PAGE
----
US judge blocks Trump's health insurance visa restriction
November 3, 2019
The White House has suffered a setback in its latest attempt at a hard-line immigration stance. The court ruled that the proposed legislation would cause "irreparable harm."
A judge in the United States on Saturday temporarily blocked President Donald Trump's efforts to insist on immigrants having health insurance, or the resources to pay for medical care, before they can get visas.
The rule was due to go into effect as of November 3, but Federal Judge Michael Simon in Portland, Oregon, granted a 28-day restraining order on the rule.
Simon said the possible suffering to would-be incomers and their families prevented him from approving it.
"Facing a likely risk of being separated from their family members and a delay in obtaining a visa to which family members would otherwise be entitled is irreparable harm," Simon wrote in a statement that was 18 pages long.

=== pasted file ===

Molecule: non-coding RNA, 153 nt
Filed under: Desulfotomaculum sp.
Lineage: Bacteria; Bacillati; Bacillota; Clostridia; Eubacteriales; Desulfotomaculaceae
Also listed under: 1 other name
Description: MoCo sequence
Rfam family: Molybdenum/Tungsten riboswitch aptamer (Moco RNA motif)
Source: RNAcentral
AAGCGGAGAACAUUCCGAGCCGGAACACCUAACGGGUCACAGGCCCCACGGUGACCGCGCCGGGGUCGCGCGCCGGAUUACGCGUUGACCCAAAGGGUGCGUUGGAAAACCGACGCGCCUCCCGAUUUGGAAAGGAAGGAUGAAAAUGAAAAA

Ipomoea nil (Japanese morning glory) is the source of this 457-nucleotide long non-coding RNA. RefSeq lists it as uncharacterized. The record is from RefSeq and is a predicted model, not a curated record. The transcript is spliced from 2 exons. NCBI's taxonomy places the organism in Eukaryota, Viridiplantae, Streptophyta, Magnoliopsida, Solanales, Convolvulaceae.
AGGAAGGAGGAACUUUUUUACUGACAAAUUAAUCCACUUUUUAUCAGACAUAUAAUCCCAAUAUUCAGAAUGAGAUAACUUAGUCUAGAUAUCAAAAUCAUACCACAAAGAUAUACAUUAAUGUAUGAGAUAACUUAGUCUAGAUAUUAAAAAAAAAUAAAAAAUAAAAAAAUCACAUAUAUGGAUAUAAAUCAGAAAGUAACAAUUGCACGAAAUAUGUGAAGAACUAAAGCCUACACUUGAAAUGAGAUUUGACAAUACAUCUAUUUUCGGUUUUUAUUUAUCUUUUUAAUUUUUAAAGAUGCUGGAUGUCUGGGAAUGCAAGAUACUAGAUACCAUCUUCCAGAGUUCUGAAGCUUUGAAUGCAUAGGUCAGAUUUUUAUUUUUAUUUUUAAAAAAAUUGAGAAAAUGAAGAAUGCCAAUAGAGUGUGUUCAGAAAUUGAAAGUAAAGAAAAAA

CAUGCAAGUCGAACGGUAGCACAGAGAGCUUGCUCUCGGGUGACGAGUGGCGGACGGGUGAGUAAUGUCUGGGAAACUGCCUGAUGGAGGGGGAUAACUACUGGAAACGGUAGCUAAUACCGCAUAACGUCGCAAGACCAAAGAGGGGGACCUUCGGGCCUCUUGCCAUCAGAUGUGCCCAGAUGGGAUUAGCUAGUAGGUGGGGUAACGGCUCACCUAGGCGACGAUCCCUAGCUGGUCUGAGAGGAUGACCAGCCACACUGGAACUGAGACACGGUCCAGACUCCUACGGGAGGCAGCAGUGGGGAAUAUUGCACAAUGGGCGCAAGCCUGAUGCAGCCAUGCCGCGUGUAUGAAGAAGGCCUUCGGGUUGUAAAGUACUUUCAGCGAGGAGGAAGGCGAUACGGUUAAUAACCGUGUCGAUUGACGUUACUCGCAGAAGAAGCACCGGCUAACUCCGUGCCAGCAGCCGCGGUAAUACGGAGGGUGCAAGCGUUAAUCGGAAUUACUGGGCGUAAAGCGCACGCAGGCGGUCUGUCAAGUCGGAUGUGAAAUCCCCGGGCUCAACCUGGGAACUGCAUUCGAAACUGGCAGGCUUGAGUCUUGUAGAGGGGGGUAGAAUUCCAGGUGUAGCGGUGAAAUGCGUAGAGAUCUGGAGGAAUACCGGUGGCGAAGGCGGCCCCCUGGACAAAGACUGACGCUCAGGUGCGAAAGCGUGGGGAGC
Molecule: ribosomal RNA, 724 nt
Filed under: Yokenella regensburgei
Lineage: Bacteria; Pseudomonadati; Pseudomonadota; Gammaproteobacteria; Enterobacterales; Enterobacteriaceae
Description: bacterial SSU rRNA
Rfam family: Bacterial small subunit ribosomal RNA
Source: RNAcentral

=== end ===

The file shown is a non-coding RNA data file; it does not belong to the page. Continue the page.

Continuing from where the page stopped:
Saturday's decision came in response to a lawsuit filed by seven US citizens and an advocacy organization, arguing it "rewrites our immigration and healthcare laws by Presidential fiat."
"We're very grateful that the court recognized the need to block the health care ban immediately," Justice Action Center senior litigator Esther Sung said.
Sung, who acted on behalf of the plaintiffs, added: "The ban would separate families and cut two-thirds of green-card-based immigration starting tonight, were the ban not stopped."
The Trump administration wanted the new rule in order to stop taxpayers from bearing the "substantial costs in paying for medical expenses incurred by people who lack health insurance or the ability to pay for their healthcare."
However, health care policy specialists stated immigrants use the system far less frequently than US citizens.
In addition, according to a study carried out by Leighton Ku, director of the Center for Health Policy Research at George Washington University, newcomers to the US who arrive without insurance were responsible for less than one-tenth of 1% of medical expenditures in 2017.